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Abstract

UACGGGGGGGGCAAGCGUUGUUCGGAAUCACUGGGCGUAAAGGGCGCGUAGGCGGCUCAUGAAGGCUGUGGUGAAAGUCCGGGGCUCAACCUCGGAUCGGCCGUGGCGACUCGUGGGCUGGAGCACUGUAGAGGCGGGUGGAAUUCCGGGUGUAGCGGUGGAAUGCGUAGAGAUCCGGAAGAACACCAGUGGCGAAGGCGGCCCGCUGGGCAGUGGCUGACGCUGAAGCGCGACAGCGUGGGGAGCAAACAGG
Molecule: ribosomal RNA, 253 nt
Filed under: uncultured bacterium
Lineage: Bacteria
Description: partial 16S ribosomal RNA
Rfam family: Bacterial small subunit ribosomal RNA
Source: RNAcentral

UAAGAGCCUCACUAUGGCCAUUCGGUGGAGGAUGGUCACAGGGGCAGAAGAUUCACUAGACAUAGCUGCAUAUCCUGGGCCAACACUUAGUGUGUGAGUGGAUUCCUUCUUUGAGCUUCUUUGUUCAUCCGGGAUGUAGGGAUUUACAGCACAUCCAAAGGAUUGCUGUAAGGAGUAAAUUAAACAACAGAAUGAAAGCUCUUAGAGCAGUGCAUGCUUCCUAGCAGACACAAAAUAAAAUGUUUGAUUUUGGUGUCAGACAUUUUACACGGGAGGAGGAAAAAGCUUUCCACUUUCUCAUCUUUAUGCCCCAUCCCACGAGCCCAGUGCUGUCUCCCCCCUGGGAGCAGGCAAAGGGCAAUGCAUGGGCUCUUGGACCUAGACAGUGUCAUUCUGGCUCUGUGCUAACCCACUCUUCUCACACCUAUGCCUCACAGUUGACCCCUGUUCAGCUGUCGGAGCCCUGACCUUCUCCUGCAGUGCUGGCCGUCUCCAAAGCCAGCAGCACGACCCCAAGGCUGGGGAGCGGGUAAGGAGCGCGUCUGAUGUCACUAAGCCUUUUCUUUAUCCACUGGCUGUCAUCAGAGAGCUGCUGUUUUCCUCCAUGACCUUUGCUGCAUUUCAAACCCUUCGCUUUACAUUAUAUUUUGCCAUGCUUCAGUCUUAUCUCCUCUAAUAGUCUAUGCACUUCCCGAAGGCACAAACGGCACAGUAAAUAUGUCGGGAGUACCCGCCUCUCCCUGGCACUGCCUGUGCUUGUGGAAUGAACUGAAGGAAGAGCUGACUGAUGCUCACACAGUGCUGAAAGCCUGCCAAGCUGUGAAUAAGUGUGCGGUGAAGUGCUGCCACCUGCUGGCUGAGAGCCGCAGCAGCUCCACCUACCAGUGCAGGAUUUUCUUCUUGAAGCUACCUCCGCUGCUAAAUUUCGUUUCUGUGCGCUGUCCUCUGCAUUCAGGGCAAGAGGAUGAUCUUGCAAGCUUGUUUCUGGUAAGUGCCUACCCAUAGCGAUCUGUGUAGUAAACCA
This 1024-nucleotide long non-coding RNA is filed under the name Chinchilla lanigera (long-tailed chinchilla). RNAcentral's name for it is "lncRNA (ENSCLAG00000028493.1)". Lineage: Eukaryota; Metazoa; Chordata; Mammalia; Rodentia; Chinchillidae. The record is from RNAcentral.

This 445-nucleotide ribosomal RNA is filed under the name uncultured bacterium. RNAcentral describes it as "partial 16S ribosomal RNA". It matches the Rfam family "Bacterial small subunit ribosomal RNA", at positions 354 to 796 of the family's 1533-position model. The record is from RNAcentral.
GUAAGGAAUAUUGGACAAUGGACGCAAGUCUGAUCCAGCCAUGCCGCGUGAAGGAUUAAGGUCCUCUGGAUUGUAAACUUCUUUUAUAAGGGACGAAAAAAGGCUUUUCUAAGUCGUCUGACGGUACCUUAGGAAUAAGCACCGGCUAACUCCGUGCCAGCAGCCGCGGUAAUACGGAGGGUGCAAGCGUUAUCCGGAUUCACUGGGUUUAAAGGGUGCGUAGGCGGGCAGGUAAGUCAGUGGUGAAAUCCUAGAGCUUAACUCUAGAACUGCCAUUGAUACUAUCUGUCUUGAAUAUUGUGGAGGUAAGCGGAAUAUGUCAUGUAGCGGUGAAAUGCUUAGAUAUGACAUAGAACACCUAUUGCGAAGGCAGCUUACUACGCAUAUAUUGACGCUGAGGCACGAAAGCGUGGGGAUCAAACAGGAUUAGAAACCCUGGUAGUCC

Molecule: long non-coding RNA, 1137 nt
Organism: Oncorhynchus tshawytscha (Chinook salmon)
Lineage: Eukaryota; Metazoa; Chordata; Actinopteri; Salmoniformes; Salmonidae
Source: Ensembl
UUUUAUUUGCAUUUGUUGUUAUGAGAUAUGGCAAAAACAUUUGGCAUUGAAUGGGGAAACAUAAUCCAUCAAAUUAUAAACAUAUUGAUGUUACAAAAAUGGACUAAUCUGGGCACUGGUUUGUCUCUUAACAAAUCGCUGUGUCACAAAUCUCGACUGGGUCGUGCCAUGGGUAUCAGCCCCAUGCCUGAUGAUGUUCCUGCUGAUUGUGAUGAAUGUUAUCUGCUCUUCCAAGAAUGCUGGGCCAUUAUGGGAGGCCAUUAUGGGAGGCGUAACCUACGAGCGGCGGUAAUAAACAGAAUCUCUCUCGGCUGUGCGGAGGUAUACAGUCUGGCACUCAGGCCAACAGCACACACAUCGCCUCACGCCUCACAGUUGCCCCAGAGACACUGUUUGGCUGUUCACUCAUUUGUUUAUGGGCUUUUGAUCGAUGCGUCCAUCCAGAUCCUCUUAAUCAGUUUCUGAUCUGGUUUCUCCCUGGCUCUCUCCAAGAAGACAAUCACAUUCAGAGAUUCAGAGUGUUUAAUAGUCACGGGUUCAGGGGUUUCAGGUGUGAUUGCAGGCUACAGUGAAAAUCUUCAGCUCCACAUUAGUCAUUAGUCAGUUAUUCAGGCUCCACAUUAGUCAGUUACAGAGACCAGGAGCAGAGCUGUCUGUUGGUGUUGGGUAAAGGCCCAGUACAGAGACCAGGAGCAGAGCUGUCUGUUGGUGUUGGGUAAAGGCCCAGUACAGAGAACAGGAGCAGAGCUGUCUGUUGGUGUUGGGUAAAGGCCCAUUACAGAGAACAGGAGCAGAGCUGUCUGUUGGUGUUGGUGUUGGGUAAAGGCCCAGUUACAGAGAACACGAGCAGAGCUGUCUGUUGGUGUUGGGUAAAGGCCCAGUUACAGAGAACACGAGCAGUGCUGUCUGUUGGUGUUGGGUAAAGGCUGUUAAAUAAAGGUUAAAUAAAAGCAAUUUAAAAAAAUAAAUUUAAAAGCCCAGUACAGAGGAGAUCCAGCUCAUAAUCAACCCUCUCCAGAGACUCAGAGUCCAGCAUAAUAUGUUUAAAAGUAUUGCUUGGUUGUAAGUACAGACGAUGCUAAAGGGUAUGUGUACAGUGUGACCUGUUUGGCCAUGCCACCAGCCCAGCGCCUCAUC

Soil apparent electrical conductivity (ECa) responds to time-variable soil properties, such as soil water content (θ), and can therefore be used to characterize the spatial and temporal dynamics of θ at the field scale. When clay content is high and uniform and the θ range small, however, it is not clear whether ECa maps can be used for this purpose. A soil management experiment established in a Vertisol in 1982 was surveyed for ECa on 13 occasions to capture changing soil conditions and to determine the sources of this variability. Less variation with time was found in subsoil than in topsoil ECa patterns, especially within the conventional tillage (CT) plots, in areas with shallow soil, and along the drainage network. Using the 13 ECa relative difference data sets as variables, principal component (PC) analysis showed that the first three PCs explained 90% of their total variance. The time-stable or mean ECa pattern was significantly correlated with PC1 and could also be associated with topography, soil depth, and soil structure but could not be related to a single survey. Topography and soil management could be associated with PC2 and PC3, respectively. Time-stable θ patterns, inferred from 26 surveys, revealed topographical and management characteristics and showed significant relationships (P < 0.001) with ECa–derived patterns like soil porosity and infiltration caused by soil management, topography, and rainfall. Electromagnetic induction sensors were useful for mapping soil spatial variability and changing soil conditions due to management effects and external forcing in uniform clay soils.